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Saturday, 23 August 2008

How to Identify Symptoms of Dog Worms

There are five different types of intestinal dog worms, which your dog can be infested with. These include: heart worm, hookworm, roundworm, tapeworm and whip worm. It is recommended that you educate yourself on the different types of dog worms so as to be able to recognize the symptoms and characteristics, when they become evident in your dog.

Early worm detection is important because each type of dog worm requires a different form of treatment. You should also be fully aware of the fact that roundworm and hookworm can also be transmitted to humans. Some dog worm infestations may show little to no symptoms, whereas others can demonstrate severe symptoms, such as vomiting, diarrhoea and weight loss. Some dog worms can be seen by the naked eye while some cannot, therefore it is a good idea to ask your vet to perform a stool test for dog worms once a year.

Below is a list of symptoms of dog worm infestation, but you should keep in mind that these symptoms can also be a sign of a more serious problem. Always consult a veterinarian whenever your dog is not behaving normal.

 Dull coat
 Weight loss
 Appetite loss
 Pot-bellied appearance
 Coughing
 Low energy level
 Diarrhoea
 Vomiting

Roundworms: This is the most common type of dog worm, which affects the intestines and causes a pot-bellied appearance, mostly in puppies. Puppies are often infected before birth through the mother’s uterus or through her milk. Puppies can also contract these dog worms through the ingestion of an infected animal (such as a rodent) or infected soil. The symptoms of a severe infestation are: pot-belly appearance, diarrhoea, vomiting, dull coat and weight loss.
Puppies should be de-wormed every 2 weeks between 2 and 12 weeks of age, then monthly until he/she is 6 months old. Once your puppy has reached 6 months of age, he/she is less susceptible to contracting these worms but should continue yearly exams (or more often if considered high-risk).

Hookworms: Hookworm harbours in the intestines and can also be transmitted to humans. Hookworms can affect a dog at any age. It is a small, thin dog worm that hooks on to the intestinal wall and sucks the blood from its victim, which causes anaemia and perhaps death. Due to their sharp teeth, they also cause bleeding in the intestines. Hookworms are not visible by the naked eye, therefore should be diagnosed by a vet.

• Tapeworms: The tapeworm derives its name from its long, flat, tape-like appearance. It is yet another parasite that affects the intestines, and like the roundworm, can be seen by the naked eye. Broken pieces of this dog worm would be found in the dog’s fecal matter, which give it a rice-like appearance. Common symptoms of severe tapeworm infestation are abdominal pain, nervousness, severe itching around the anus, vomiting and weight loss.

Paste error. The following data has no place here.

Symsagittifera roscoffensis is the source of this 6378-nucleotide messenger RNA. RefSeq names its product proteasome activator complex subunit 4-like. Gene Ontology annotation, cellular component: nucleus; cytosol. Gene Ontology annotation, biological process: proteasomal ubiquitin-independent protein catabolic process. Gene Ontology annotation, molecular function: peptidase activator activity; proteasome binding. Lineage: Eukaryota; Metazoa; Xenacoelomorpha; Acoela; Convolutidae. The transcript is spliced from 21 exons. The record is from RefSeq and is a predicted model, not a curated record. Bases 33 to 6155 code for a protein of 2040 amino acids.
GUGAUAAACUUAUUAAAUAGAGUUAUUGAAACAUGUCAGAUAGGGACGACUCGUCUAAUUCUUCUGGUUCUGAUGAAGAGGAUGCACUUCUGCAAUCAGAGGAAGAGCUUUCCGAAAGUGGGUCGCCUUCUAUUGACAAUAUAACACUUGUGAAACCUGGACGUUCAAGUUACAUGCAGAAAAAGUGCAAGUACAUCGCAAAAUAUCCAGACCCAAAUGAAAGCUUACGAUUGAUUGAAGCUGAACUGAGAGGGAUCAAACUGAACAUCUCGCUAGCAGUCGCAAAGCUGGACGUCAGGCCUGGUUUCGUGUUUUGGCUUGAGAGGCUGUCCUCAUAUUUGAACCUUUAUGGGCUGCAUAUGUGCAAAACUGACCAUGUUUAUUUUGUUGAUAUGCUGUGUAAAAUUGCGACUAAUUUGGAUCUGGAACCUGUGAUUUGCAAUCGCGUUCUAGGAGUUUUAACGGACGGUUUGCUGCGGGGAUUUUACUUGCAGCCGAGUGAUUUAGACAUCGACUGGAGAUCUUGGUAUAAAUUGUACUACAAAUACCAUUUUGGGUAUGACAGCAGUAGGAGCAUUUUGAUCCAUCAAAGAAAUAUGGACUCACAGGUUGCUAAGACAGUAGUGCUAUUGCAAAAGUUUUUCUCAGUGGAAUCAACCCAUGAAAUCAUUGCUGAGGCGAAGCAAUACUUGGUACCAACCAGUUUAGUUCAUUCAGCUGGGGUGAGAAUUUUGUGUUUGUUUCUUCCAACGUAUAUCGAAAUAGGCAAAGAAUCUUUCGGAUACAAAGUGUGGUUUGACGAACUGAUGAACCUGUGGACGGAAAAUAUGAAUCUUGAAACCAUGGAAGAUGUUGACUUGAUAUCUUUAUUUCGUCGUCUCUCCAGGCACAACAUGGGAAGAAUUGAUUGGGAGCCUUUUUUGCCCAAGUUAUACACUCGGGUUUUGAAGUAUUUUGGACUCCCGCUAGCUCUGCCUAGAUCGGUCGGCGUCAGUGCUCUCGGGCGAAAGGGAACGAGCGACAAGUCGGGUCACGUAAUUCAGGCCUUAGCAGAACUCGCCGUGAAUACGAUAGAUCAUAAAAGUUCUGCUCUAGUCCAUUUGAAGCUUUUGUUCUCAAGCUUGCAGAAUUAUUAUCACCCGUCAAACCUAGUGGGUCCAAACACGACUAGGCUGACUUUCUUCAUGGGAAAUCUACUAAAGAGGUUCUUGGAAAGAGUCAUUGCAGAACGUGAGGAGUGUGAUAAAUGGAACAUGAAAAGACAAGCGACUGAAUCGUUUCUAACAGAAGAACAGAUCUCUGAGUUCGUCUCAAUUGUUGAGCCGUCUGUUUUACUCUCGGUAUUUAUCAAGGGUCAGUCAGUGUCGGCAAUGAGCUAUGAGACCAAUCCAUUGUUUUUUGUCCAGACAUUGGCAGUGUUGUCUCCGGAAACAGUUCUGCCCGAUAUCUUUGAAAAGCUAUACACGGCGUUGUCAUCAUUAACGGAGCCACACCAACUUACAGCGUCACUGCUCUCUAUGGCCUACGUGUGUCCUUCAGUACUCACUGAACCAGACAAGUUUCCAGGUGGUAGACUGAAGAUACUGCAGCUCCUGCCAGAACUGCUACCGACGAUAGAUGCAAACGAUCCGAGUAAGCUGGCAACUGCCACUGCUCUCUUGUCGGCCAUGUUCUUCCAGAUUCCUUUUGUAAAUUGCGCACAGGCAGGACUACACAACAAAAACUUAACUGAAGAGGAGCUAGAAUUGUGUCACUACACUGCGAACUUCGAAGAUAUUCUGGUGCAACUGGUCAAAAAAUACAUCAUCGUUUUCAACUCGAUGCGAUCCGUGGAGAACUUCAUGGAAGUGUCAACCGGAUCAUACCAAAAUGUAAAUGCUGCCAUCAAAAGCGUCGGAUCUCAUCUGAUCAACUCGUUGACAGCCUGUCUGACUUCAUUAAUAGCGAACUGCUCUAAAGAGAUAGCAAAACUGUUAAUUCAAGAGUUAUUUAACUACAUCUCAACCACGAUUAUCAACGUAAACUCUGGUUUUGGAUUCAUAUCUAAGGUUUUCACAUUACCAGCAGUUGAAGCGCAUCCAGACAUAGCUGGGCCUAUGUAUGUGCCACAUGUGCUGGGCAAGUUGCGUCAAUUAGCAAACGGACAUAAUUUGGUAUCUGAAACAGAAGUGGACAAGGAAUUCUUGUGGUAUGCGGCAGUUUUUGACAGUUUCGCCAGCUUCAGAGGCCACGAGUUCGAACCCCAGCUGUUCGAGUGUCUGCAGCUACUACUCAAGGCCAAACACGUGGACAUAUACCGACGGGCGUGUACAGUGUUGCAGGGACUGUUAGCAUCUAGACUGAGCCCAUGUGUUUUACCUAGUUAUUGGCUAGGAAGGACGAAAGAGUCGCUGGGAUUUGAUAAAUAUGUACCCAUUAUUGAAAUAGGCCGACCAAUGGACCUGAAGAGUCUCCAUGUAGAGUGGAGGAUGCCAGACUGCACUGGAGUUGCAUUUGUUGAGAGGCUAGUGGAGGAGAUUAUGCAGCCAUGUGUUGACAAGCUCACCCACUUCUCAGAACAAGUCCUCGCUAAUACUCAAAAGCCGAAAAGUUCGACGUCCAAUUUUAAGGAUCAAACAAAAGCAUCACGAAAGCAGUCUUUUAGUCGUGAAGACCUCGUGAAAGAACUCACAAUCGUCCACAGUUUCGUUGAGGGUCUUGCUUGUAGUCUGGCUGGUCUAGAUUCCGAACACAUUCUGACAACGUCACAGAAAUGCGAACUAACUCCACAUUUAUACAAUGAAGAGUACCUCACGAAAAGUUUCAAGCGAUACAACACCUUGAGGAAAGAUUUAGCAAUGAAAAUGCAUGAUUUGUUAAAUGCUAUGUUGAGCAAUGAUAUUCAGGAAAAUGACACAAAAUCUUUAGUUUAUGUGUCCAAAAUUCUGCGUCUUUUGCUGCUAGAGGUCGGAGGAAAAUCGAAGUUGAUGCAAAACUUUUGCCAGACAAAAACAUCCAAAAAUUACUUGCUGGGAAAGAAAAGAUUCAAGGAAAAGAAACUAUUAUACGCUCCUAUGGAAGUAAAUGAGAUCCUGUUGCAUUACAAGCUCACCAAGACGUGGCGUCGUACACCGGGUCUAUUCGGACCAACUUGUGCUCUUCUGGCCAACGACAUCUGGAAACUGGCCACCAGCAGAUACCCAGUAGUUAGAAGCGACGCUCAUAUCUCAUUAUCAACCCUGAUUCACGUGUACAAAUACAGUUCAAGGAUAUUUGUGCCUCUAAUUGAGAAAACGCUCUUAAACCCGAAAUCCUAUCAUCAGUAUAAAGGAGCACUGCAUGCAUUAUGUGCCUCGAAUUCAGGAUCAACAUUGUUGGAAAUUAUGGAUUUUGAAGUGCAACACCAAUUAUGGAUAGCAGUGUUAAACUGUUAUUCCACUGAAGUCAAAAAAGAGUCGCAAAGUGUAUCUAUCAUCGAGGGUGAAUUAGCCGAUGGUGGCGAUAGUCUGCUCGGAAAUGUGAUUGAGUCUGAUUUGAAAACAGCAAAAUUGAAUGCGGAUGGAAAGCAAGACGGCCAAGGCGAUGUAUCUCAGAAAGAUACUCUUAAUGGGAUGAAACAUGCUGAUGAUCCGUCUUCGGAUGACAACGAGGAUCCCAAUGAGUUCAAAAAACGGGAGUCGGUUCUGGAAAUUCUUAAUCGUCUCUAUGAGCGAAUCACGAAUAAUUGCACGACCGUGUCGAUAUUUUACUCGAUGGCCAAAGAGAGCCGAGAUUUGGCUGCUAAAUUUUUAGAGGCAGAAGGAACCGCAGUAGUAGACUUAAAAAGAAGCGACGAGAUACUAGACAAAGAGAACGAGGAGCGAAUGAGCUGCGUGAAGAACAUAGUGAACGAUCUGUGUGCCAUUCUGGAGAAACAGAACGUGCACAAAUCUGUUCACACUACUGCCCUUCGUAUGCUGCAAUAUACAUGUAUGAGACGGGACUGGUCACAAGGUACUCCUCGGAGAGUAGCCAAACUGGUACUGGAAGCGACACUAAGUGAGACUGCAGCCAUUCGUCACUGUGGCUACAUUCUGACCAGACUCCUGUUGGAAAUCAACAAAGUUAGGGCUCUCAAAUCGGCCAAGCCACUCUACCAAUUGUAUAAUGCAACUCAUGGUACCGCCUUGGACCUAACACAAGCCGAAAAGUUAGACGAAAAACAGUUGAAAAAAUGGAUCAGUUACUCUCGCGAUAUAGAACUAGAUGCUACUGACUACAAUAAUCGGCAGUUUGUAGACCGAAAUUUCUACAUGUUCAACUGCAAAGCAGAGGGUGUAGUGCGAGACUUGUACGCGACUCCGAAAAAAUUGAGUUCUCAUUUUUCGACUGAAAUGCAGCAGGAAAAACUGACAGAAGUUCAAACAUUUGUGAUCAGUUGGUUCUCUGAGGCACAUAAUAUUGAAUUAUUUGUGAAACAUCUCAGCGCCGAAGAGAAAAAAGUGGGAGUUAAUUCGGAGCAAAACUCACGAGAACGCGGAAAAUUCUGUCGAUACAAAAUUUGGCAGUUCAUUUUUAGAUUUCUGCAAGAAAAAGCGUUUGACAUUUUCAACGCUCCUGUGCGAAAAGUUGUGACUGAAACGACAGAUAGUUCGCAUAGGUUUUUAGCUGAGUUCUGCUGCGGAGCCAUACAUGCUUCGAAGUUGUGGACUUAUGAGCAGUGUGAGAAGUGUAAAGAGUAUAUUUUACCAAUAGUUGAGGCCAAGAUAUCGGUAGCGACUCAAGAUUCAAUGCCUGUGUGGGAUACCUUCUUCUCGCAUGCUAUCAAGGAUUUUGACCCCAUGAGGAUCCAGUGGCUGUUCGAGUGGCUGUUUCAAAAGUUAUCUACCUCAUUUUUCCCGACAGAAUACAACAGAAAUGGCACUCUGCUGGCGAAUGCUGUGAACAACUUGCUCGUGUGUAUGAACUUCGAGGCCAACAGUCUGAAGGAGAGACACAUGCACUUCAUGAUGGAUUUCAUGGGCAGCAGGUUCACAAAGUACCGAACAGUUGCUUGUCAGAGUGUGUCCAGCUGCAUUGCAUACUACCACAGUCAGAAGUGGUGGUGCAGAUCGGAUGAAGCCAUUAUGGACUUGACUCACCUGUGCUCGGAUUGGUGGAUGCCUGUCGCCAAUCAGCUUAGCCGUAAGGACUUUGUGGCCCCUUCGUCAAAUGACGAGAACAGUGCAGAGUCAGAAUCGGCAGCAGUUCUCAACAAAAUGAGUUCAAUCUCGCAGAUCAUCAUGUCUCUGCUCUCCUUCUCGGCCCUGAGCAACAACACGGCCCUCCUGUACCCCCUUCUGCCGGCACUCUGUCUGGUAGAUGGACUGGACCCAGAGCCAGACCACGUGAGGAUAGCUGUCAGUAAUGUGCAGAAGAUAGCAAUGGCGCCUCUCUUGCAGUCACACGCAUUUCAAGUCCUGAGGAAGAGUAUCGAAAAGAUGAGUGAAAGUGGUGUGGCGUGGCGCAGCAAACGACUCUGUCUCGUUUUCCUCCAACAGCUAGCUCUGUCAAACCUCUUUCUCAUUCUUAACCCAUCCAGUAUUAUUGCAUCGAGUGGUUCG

• Whip worm: Whip worms are long, thin whip-shaped dog worms that live in the dog's colon and are not visible by the naked eye. They attach themselves to the intestinal walls and feed off of them which, in turn, cause intestinal bleeding. Common symptoms of whip worm infestation are anaemia, weight loss, flatulence, diarrhoea with blood or mucus in the stool and lack of energy.
Although whip worms are the most difficult to eliminate among the families of dog worms, there is effective treatment available.

Heart worms: Heart worm, although highly preventable, has the potential to be fatal, if contracted and left untreated.
Heart worm is spread by mosquitoes, mostly during the warm months when mosquitoes are most active. The mosquito becomes infected from biting dogs that carry the disease. These dog worms destroy the muscle and tissue of the heart, which can cause congestive heart failure and result in death. At this advanced stage, your dog would experience the typical signs of worms, such as pot-belly, coughing, lack of energy and dull coat.

Unfortunately, there are no symptoms for this disease until it has progressed to an advanced stage.

Contact your vet if your dog displays any symptoms after receiving worm medication.

This information is NOT intended to replace the advice of a veterinarian.Please be advised that the information provided on this site is offered for research purposes only.

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